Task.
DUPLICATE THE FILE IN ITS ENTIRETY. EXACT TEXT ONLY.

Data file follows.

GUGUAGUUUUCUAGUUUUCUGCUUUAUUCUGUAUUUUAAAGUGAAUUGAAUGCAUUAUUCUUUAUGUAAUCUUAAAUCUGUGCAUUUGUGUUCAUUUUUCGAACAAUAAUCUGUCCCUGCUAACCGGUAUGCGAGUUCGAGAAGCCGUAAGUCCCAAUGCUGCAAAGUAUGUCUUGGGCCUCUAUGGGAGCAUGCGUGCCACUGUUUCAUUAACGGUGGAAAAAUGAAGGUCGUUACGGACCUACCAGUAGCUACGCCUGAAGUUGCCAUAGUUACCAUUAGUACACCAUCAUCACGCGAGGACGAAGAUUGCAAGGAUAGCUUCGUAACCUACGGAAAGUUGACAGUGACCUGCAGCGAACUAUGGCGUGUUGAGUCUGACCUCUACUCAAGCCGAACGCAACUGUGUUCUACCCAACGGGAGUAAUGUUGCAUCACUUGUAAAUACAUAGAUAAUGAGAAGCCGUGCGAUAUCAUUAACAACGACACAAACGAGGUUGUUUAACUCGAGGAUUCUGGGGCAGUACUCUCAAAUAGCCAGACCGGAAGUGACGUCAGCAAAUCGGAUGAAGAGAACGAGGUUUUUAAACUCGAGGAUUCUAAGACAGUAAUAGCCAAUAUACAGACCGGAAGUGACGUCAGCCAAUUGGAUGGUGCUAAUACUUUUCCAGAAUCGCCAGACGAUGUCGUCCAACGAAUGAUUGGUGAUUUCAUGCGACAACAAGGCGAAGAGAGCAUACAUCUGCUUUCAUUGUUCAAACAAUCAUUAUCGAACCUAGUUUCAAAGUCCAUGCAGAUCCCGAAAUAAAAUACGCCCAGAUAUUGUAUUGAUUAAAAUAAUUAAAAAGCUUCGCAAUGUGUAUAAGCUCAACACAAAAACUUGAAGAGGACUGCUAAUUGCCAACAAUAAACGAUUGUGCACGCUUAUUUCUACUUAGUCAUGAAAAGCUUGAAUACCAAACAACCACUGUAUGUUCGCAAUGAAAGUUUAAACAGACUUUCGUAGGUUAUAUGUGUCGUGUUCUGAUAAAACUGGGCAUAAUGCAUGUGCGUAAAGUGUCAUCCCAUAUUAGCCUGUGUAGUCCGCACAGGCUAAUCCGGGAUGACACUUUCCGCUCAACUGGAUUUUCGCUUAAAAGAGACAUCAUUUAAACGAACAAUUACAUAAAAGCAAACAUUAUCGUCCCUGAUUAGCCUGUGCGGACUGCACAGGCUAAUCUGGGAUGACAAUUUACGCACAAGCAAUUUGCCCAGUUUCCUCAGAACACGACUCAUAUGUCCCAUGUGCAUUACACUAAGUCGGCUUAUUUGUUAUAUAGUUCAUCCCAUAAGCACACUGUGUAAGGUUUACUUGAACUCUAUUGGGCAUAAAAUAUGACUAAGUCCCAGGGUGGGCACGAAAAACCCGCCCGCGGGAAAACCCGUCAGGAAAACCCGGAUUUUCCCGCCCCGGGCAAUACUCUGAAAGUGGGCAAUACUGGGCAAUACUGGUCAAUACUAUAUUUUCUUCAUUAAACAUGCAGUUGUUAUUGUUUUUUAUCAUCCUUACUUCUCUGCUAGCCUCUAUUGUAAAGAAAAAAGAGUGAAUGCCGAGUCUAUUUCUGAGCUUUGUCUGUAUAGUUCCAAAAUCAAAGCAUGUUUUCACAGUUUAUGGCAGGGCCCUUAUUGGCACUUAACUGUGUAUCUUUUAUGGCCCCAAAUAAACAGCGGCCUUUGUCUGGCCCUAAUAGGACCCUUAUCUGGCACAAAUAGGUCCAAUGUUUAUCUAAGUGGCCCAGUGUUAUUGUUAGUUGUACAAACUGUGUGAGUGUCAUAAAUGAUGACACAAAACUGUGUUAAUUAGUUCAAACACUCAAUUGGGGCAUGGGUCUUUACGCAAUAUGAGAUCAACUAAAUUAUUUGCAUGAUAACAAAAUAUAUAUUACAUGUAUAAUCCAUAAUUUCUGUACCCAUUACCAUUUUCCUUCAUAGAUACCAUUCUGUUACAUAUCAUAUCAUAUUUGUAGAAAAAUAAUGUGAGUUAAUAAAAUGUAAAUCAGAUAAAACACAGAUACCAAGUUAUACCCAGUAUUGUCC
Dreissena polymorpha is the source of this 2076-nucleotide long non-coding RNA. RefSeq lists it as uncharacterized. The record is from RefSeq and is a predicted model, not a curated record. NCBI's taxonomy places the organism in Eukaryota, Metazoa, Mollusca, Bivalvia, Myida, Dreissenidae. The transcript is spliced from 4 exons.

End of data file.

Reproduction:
GUGUAGUUUUCUAGUUUUCUGCUUUAUUCUGUAUUUUAAAGUGAAUUGAAUGCAUUAUUCUUUAUGUAAUCUUAAAUCUGUGCAUUUGUGUUCAUUUUUCGAACAAUAAUCUGUCCCUGCUAACCGGUAUGCGAGUUCGAGAAGCCGUAAGUCCCAAUGCUGCAAAGUAUGUCUUGGGCCUCUAUGGGAGCAUGCGUGCCACUGUUUCAUUAACGGUGGAAAAAUGAAGGUCGUUACGGACCUACCAGUAGCUACGCCUGAAGUUGCCAUAGUUACCAUUAGUACACCAUCAUCACGCGAGGACGAAGAUUGCAAGGAUAGCUUCGUAACCUACGGAAAGUUGACAGUGACCUGCAGCGAACUAUGGCGUGUUGAGUCUGACCUCUACUCAAGCCGAACGCAACUGUGUUCUACCCAACGGGAGUAAUGUUGCAUCACUUGUAAAUACAUAGAUAAUGAGAAGCCGUGCGAUAUCAUUAACAACGACACAAACGAGGUUGUUUAACUCGAGGAUUCUGGGGCAGUACUCUCAAAUAGCCAGACCGGAAGUGACGUCAGCAAAUCGGAUGAAGAGAACGAGGUUUUUAAACUCGAGGAUUCUAAGACAGUAAUAGCCAAUAUACAGACCGGAAGUGACGUCAGCCAAUUGGAUGGUGCUAAUACUUUUCCAGAAUCGCCAGACGAUGUCGUCCAACGAAUGAUUGGUGAUUUCAUGCGACAACAAGGCGAAGAGAGCAUACAUCUGCUUUCAUUGUUCAAACAAUCAUUAUCGAACCUAGUUUCAAAGUCCAUGCAGAUCCCGAAAUAAAAUACGCCCAGAUAUUGUAUUGAUUAAAAUAAUUAAAAAGCUUCGCAAUGUGUAUAAGCUCAACACAAAAACUUGAAGAGGACUGCUAAUUGCCAACAAUAAACGAUUGUGCACGCUUAUUUCUACUUAGUCAUGAAAAGCUUGAAUACCAAACAACCACUGUAUGUUCGCAAUGAAAGUUUAAACAGACUUUCGUAGGUUAUAUGUGUCGUGUUCUGAUAAAACUGGGCAUAAUGCAUGUGCGUAAAGUGUCAUCCCAUAUUAGCCUGUGUAGUCCGCACAGGCUAAUCCGGGAUGACACUUUCCGCUCAACUGGAUUUUCGCUUAAAAGAGACAUCAUUUAAACGAACAAUUACAUAAAAGCAAACAUUAUCGUCCCUGAUUAGCCUGUGCGGACUGCACAGGCUAAUCUGGGAUGACAAUUUACGCACAAGCAAUUUGCCCAGUUUCCUCAGAACACGACUCAUAUGUCCCAUGUGCAUUACACUAAGUCGGCUUAUUUGUUAUAUAGUUCAUCCCAUAAGCACACUGUGUAAGGUUUACUUGAACUCUAUUGGGCAUAAAAUAUGACUAAGUCCCAGGGUGGGCACGAAAAACCCGCCCGCGGGAAAACCCGUCAGGAAAACCCGGAUUUUCCCGCCCCGGGCAAUACUCUGAAAGUGGGCAAUACUGGGCAAUACUGGUCAAUACUAUAUUUUCUUCAUUAAACAUGCAGUUGUUAUUGUUUUUUAUCAUCCUUACUUCUCUGCUAGCCUCUAUUGUAAAGAAAAAAGAGUGAAUGCCGAGUCUAUUUCUGAGCUUUGUCUGUAUAGUUCCAAAAUCAAAGCAUGUUUUCACAGUUUAUGGCAGGGCCCUUAUUGGCACUUAACUGUGUAUCUUUUAUGGCCCCAAAUAAACAGCGGCCUUUGUCUGGCCCUAAUAGGACCCUUAUCUGGCACAAAUAGGUCCAAUGUUUAUCUAAGUGGCCCAGUGUUAUUGUUAGUUGUACAAACUGUGUGAGUGUCAUAAAUGAUGACACAAAACUGUGUUAAUUAGUUCAAACACUCAAUUGGGGCAUGGGUCUUUACGCAAUAUGAGAUCAACUAAAUUAUUUGCAUGAUAACAAAAUAUAUAUUACAUGUAUAAUCCAUAAUUUCUGUACCCAUUACCAUUUUCCUUCAUAGAUACCAUUCUGUUACAUAUCAUAUCAUAUUUGUAGAAAAAUAAUGUGAGUUAAUAAAAUGUAAAUCAGAUAAAACACAGAUACCAAGUUAUACCCAGUAUUGUCC
Dreissena polymorpha is the source of this 2076-nucleotide long non-coding RNA. RefSeq lists it as uncharacterized. The record is from RefSeq and is a predicted model, not a curated record. NCBI's taxonomy places the organism in Eukaryota, Metazoa, Mollusca, Bivalvia, Myida, Dreissenidae. The transcript is spliced from 4 exons.